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  • Writer's pictureKurt Keefner

New York Times Review of Sam Harris’ Free Will

Updated: Nov 10, 2020

The July 15 New York Times Book Review ran a review of Sam Harris’ Free Will. Reviewer David Menaker spends most of the review summarizing and quoting Harris’ book and then at the end, after many paragraphs of neutrality, tells us what he thinks.

What Menaker thinks is that Harris is probably correct. He thinks that’s sad, because determinism will no doubt damage virtues like courage and leadership. He opines that we may need the illusion of control in order to get on with our lives.

This is a common package, which we might dub the Humanistic Fatalism. It consists first of all in letting the latest scientific obsession roll over one, because after all science knows best (as it did about the cause of ulcers, right?). Next the victim sees all the negative consequences of the scientific belief. Later still, it is concluded that we have to pretend we have free will (or aren’t beasts, etc.). Lastly, depression, a longing for lost confidence.

There is something disturbing about resignation in the face of claims that are little better than sheer nihilism. It’s as if the so-called leaders of our culture had simply lost their nerve – or indeed their minds. Another chapter in the Decline of the West.

Fortunately, we do not have to let science (or more exactly, science-influenced philosophy) roll over us. There are champions of free will out there, for example Raymond Tallis, who says that man is more than an animal and we are more than our brains. (And he is an atheist, as am I.)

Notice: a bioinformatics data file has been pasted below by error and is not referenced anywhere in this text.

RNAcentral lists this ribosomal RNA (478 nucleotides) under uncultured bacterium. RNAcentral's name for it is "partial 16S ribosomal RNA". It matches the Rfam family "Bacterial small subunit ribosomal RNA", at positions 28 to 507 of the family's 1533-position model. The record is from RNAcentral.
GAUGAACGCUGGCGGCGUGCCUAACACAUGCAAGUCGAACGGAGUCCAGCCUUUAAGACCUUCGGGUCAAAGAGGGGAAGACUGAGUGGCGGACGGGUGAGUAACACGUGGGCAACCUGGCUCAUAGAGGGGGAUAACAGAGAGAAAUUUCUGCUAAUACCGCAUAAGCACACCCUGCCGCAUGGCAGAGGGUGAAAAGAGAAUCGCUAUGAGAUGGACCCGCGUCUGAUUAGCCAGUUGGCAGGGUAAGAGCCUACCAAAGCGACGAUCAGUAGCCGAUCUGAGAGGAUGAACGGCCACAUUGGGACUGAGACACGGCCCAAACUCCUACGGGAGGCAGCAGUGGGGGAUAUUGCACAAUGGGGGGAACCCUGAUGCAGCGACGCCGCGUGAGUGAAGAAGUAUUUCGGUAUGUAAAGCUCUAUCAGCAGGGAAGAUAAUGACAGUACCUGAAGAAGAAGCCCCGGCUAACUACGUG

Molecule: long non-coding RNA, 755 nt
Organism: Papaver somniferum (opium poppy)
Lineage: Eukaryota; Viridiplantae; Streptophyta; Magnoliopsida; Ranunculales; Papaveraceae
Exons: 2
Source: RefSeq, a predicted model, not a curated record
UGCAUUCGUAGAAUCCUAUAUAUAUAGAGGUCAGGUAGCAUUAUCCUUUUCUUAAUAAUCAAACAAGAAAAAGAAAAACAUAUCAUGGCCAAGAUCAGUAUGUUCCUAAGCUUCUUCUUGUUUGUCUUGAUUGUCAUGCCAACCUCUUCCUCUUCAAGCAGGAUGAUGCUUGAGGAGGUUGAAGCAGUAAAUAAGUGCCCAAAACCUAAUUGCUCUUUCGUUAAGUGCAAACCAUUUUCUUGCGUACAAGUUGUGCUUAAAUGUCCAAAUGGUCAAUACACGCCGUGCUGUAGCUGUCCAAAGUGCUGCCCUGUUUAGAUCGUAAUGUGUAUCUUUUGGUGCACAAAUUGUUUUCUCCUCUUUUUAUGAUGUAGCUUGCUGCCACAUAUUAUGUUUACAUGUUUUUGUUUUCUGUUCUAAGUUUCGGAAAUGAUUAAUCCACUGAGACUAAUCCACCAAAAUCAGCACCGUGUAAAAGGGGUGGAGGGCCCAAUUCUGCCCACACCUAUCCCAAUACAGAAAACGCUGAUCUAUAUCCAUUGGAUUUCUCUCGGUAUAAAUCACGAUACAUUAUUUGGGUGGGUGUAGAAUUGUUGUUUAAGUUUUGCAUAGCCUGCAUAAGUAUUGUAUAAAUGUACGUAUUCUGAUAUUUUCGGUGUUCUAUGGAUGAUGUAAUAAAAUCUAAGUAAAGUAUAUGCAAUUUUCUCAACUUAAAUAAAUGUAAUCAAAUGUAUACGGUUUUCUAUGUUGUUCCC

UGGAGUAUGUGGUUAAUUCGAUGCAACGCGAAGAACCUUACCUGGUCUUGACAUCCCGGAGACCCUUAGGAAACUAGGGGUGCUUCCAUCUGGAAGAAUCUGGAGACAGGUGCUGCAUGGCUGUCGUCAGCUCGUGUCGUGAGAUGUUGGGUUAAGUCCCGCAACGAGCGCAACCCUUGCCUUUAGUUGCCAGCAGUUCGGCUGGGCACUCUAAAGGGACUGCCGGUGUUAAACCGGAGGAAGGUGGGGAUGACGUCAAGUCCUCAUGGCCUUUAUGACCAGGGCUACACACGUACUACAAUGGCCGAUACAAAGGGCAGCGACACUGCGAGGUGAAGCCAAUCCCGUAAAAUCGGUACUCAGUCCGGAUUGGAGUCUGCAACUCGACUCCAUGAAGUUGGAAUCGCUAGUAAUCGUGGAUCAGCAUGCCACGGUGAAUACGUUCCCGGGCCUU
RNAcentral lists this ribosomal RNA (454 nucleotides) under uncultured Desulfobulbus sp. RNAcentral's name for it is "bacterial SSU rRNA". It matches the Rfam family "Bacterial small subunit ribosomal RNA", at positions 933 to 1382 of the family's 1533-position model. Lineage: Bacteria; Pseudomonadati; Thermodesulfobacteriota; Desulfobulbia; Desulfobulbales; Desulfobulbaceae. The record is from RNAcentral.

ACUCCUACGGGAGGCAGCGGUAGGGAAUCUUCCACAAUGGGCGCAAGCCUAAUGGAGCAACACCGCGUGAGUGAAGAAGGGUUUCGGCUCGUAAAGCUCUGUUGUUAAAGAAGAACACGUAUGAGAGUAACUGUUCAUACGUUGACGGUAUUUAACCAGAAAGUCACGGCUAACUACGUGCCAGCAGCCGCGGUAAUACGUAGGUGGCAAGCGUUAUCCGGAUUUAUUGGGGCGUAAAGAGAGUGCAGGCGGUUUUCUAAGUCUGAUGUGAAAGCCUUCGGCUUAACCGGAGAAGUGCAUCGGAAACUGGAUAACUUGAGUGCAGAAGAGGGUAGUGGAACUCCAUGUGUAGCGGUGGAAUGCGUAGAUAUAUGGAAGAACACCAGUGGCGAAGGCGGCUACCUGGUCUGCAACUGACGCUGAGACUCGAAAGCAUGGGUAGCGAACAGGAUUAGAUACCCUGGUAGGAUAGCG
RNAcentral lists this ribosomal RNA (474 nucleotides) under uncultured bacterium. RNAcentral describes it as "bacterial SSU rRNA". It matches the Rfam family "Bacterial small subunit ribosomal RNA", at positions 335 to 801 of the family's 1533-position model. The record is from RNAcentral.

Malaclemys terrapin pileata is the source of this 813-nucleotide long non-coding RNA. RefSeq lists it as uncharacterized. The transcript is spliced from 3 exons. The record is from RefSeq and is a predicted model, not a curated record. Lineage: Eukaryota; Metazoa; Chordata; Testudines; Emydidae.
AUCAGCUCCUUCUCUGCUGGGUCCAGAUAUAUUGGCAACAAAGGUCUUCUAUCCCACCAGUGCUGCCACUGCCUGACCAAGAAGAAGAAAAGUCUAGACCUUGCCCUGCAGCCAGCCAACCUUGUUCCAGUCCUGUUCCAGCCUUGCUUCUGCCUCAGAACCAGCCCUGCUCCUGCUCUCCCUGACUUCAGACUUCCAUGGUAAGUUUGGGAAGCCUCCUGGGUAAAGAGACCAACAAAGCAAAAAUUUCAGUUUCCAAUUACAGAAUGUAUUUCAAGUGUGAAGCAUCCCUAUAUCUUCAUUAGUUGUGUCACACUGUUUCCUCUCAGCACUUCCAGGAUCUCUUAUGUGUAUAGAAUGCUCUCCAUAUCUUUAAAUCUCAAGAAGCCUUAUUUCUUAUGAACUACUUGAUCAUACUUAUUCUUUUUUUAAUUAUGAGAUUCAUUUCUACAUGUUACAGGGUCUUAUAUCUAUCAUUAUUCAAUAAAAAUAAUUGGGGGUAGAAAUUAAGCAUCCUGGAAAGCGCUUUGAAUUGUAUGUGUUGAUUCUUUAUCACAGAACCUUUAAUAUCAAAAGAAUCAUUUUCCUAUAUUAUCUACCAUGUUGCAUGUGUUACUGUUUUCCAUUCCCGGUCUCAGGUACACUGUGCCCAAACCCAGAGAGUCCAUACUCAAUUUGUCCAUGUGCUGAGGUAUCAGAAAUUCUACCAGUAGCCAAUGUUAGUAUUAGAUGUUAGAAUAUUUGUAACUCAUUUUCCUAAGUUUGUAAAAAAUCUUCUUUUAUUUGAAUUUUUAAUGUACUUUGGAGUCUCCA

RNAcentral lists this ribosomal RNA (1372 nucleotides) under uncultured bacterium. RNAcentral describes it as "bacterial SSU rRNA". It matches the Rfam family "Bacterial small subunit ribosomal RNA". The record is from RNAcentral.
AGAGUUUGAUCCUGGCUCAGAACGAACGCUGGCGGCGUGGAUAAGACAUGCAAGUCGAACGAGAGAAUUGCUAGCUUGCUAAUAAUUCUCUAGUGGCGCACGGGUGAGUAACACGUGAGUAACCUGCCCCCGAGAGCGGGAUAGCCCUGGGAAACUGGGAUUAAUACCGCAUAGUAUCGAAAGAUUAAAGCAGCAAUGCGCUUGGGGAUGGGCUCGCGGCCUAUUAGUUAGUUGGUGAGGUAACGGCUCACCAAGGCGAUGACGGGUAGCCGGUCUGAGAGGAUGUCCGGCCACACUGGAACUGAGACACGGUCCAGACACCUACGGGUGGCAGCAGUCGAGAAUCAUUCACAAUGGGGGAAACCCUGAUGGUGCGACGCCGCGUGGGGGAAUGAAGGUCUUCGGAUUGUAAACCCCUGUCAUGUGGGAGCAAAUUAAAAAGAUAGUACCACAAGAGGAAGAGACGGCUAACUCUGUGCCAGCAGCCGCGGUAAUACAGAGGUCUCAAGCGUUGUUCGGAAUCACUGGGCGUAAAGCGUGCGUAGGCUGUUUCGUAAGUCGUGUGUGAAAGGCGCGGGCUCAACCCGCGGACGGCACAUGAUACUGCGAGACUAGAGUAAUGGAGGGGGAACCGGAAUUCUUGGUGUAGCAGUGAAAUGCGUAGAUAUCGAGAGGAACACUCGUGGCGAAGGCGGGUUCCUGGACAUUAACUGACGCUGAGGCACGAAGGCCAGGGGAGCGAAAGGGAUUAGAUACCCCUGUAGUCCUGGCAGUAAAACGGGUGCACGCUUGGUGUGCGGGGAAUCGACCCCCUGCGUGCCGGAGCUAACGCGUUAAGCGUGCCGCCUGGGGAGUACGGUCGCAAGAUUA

On a smaller scale I would add myself to the list of free will’s defenders. I wrote a response to Sam Harris in which I addressed his philosophical, neurological and introspective arguments against free will. I charge Harris with unwitting dualism – not of mind and body, but of conscious and unconscious processes. I discuss the category of action in which free will most resides and which Harris utterly neglects: actions involving deliberation. And I conclude with a sketch of what free choices are actually like.

I don’t claim to have proven that free will exists – that cannot be done any more than you can prove that you are conscious. But I do point out where it operates. Right now it operates in you, as you focus on my remarks and choose to follow them.

I don’t get into this in the essay, but I am increasingly disturbed by Harris’ worldview. He wants everything to be safe and blame-free. He wants brain-scanners to tell us what would make us happy. If there is to be a Brave New World, he will have been one of its Founding Fathers.

If you liked this essay, you might also be interested in my book, Killing Cool: Fantasy vs Reality in American Life

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